The effectiveness and convenience of the pill have been a game-changer making it the contraception of choice for many women. In fact, oral contraception is the second most commonly used contraception in Canada (closely following condoms).
But you may have heard that it isn’t 100% effective. So, can you still get pregnant on the pill?
If you’re thinking about what type of birth control is going to work best for you, or just concerned about the level of protection you get, let us explain this situation.
No form of contraception is 100% effective. That's right. Even when used perfectly, the combined oral contraceptive pill (that is, one that contains both an estrogen and a progesterone) is still only 99% effective.
This rate assumes that everyone taking birth control does so exactly as directed, but of course, people aren't perfect.
This means that typically, the pill tends to be around 91% effective. That means nearly one in ten women who take the pill will get pregnant.
Remember that 91-99% efficacy is pretty amazing, though. So, how do you take the pill correctly to protect yourself from getting pregnant?
The key to taking the pill is taking it every day you are supposed to take one. If you’re on a 28 day package that means taking the pill every single day. Those on a 21 day package will have seven pill-free days.
The Combined Oral Contraceptive Pill (which is the most popular type of pill and contains two hormones: estrogen and a progestin).
The advice is that you need to take the pill at the same time every day. So, to be on the safe side — make it part of your routine.
Suppose you wear a specific moisturizer every morning. Why not keep them together so that when you put your moisturizer on, you take your pill too?
The Progesterone Only Pill (does not contain any estrogen, just a progestin). The POP must be taken at the same time daily to be effective.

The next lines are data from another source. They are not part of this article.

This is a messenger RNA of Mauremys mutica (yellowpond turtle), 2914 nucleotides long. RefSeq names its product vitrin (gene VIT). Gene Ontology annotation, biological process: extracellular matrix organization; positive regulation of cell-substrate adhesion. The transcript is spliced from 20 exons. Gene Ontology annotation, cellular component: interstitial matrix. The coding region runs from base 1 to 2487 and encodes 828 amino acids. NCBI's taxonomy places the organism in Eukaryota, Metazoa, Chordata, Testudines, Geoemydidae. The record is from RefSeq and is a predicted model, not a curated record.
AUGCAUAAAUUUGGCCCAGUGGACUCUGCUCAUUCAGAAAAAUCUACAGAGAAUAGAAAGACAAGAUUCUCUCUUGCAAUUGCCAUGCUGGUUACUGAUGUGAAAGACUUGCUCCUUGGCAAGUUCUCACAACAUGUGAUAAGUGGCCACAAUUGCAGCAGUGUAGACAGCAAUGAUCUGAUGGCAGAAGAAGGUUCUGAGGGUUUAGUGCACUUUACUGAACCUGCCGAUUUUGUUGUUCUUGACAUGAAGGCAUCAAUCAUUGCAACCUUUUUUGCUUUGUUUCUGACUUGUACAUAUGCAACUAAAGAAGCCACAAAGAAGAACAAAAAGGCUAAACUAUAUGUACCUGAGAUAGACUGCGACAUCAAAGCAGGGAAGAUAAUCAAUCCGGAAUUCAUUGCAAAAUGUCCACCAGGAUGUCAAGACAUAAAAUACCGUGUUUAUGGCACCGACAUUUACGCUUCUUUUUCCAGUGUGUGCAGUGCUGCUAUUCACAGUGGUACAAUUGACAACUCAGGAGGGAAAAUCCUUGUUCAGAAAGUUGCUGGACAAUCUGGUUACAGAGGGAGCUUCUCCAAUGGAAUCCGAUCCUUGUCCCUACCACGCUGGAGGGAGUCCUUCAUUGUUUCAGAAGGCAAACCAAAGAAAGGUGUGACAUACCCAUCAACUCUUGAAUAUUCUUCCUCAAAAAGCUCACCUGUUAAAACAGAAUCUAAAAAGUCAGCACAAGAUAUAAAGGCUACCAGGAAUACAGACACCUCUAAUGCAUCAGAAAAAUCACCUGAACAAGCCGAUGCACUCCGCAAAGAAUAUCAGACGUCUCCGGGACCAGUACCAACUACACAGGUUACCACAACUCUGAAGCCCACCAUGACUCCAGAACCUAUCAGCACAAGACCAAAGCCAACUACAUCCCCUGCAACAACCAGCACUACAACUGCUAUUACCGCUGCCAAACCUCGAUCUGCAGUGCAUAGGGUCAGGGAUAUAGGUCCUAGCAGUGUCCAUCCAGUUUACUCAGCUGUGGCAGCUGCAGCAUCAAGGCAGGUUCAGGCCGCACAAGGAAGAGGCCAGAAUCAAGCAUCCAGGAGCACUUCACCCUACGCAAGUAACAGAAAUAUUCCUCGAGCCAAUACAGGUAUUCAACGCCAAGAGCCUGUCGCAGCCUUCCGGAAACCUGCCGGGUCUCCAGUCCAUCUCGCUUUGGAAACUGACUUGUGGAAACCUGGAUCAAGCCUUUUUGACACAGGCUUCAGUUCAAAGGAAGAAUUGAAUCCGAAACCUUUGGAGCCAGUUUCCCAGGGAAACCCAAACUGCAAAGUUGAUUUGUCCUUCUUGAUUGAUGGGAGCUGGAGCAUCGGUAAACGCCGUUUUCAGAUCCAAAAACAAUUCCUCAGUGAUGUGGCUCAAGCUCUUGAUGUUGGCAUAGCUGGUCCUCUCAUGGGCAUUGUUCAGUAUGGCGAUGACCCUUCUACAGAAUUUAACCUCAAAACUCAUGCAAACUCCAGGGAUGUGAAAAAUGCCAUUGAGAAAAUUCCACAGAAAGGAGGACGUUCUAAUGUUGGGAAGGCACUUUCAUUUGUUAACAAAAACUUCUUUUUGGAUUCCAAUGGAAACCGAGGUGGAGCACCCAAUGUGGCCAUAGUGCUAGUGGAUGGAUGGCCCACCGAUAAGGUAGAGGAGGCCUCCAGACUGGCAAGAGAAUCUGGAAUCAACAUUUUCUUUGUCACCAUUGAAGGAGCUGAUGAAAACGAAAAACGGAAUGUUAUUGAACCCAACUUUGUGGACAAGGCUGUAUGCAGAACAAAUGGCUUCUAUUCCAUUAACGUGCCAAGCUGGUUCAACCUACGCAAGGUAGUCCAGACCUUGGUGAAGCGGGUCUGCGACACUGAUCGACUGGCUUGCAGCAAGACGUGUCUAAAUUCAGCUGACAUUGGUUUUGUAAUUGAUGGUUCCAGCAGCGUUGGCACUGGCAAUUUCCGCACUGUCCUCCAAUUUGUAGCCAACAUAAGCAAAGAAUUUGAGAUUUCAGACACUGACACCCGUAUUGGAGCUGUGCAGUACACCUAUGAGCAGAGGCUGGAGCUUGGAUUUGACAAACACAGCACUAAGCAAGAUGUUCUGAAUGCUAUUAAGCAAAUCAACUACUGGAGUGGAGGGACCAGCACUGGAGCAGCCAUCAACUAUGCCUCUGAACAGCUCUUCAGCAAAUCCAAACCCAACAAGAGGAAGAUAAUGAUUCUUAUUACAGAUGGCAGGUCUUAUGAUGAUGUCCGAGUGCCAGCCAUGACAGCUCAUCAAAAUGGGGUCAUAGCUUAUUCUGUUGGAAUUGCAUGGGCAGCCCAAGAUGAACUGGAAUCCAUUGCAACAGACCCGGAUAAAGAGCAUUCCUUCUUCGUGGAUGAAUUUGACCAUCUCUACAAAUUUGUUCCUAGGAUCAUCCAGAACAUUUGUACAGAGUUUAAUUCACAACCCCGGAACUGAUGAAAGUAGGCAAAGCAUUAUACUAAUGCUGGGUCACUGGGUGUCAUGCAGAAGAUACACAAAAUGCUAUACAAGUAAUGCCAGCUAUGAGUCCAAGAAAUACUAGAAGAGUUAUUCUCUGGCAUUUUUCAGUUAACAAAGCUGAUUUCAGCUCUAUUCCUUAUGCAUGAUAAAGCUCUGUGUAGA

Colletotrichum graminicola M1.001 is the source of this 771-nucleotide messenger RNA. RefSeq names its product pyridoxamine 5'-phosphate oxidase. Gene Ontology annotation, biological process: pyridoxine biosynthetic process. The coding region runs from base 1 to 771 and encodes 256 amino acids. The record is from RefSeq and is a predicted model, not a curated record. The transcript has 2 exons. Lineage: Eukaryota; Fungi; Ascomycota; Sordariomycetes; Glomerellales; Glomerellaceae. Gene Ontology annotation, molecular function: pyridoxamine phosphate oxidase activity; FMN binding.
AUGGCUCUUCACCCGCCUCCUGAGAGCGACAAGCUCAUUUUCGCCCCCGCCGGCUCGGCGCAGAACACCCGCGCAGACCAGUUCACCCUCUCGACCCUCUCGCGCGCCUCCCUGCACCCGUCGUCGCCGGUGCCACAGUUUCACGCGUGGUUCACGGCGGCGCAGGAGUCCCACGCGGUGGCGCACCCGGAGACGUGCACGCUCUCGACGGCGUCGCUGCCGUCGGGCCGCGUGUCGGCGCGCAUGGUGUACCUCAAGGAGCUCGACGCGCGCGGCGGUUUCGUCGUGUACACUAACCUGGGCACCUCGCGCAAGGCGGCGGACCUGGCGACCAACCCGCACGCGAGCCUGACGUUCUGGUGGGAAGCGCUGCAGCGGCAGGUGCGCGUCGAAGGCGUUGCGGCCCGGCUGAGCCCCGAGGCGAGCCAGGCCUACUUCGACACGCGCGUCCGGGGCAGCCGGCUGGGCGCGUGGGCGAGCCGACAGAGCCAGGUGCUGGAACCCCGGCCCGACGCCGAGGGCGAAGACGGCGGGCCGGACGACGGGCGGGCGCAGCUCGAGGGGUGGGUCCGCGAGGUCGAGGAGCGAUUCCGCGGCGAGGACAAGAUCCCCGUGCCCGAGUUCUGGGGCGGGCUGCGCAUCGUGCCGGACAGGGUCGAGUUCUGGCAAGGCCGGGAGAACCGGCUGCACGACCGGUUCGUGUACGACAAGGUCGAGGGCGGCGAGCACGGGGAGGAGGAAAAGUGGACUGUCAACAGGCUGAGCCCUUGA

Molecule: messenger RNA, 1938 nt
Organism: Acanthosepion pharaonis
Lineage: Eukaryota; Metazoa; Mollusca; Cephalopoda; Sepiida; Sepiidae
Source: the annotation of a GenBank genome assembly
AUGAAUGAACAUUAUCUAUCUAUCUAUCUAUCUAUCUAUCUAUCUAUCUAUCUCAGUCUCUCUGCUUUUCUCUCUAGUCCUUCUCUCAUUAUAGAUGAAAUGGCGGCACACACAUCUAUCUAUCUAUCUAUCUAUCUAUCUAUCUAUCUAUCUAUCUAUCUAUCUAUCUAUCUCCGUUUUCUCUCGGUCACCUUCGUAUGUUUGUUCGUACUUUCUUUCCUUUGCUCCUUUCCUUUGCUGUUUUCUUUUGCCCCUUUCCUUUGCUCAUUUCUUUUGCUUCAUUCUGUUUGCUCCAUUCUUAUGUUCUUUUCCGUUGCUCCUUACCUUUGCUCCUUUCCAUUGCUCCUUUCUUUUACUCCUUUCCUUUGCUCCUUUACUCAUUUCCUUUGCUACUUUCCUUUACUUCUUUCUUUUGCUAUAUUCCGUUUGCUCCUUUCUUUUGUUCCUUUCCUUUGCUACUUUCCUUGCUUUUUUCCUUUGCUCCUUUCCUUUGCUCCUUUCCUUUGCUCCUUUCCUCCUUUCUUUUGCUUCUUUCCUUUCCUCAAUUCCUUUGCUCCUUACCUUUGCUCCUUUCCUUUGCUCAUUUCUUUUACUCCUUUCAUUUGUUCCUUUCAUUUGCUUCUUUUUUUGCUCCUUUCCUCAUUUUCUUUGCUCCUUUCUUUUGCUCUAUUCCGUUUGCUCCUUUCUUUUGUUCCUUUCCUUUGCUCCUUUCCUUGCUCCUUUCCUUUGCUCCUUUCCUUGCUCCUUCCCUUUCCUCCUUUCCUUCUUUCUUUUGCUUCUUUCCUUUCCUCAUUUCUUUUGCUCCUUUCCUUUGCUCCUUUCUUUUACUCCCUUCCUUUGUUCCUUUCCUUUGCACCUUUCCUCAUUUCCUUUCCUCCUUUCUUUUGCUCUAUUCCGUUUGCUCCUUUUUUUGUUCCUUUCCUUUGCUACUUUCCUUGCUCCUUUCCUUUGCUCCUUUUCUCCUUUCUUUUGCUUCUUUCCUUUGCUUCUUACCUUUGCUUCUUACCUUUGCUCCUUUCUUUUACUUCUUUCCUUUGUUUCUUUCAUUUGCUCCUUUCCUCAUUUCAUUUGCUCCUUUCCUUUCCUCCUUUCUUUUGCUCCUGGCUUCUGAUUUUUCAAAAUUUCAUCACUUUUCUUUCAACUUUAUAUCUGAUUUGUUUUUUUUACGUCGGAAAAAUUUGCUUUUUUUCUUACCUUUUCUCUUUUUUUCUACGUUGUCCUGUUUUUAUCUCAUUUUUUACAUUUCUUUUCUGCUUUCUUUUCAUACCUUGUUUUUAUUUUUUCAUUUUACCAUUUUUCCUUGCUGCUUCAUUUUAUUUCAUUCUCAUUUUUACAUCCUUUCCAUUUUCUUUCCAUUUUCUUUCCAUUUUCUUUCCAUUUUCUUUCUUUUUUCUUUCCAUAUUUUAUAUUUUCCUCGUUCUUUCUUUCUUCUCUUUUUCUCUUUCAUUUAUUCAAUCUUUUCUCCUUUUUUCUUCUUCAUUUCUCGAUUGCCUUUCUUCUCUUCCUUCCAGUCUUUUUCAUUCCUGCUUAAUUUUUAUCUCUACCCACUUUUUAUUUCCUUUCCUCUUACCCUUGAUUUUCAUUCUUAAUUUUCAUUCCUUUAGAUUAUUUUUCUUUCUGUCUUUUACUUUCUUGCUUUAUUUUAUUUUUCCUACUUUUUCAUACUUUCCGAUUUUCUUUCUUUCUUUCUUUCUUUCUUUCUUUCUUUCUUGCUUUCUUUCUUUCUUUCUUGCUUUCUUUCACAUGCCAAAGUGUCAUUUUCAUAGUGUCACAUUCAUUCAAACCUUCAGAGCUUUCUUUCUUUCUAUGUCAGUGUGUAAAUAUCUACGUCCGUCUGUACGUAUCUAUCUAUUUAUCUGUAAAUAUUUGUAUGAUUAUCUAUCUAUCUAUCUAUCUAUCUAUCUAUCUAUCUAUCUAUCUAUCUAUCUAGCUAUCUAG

The safest thing to do is set a specific time of day to take your pill and engrain it into your daily routine. If you struggle to remember to take it, then set the alarm on your phone, or download a pill tracking app to help you remember.
Even if you remember to take your pill at the same time every day, there are still factors that can decrease efficacy
Your pill can become less effective if:
If you are prescribed a new medication or want to start a herbal remedy, speak to your doctor about whether it will affect your pill.
With a range of drugs reducing the pill's efficacy, it is always better to double-check than find out it has stopped it working when it is too late.
If you are concerned your pill may not work correctly due to illness or medication, it is always safest to use an additional birth control method like condoms. You should always use extra contraception precautions if:
If you have missed more than one pill or have been unwell with sickness or diarrhea, you will need to use extra contraception. Use condoms for the next seven days to protect yourself from pregnancy.
If you are on the pill but concerned you may be pregnant, there are some things you can look out for.
Being on the pill can sometimes mean your periods are different from usual, and for some people, it means they don't have a period at all. This can make it a little harder to spot the early signs of pregnancy.
However, on the whole, early signs of pregnancy may include:
The pill is an extremely effective birth control method as long as it is taken correctly and you know when it might stop working.
Stay vigilant in taking it at the same time of day, every day, and you significantly reduce your chances of getting pregnant while on the pill. However, if you have any concerns that it might not be effective, then use a condom to be on the safe side.
If you suspect you might be pregnant, the best way to get confirmation is to take a home pregnancy test or visit your healthcare practitioner.
The views expressed here are those of the author and, as with the rest of the content on Health Guide, are not a substitute for professional medical advice, diagnosis, or treatment. If you have any medical questions or concerns, please talk to your healthcare practitioner.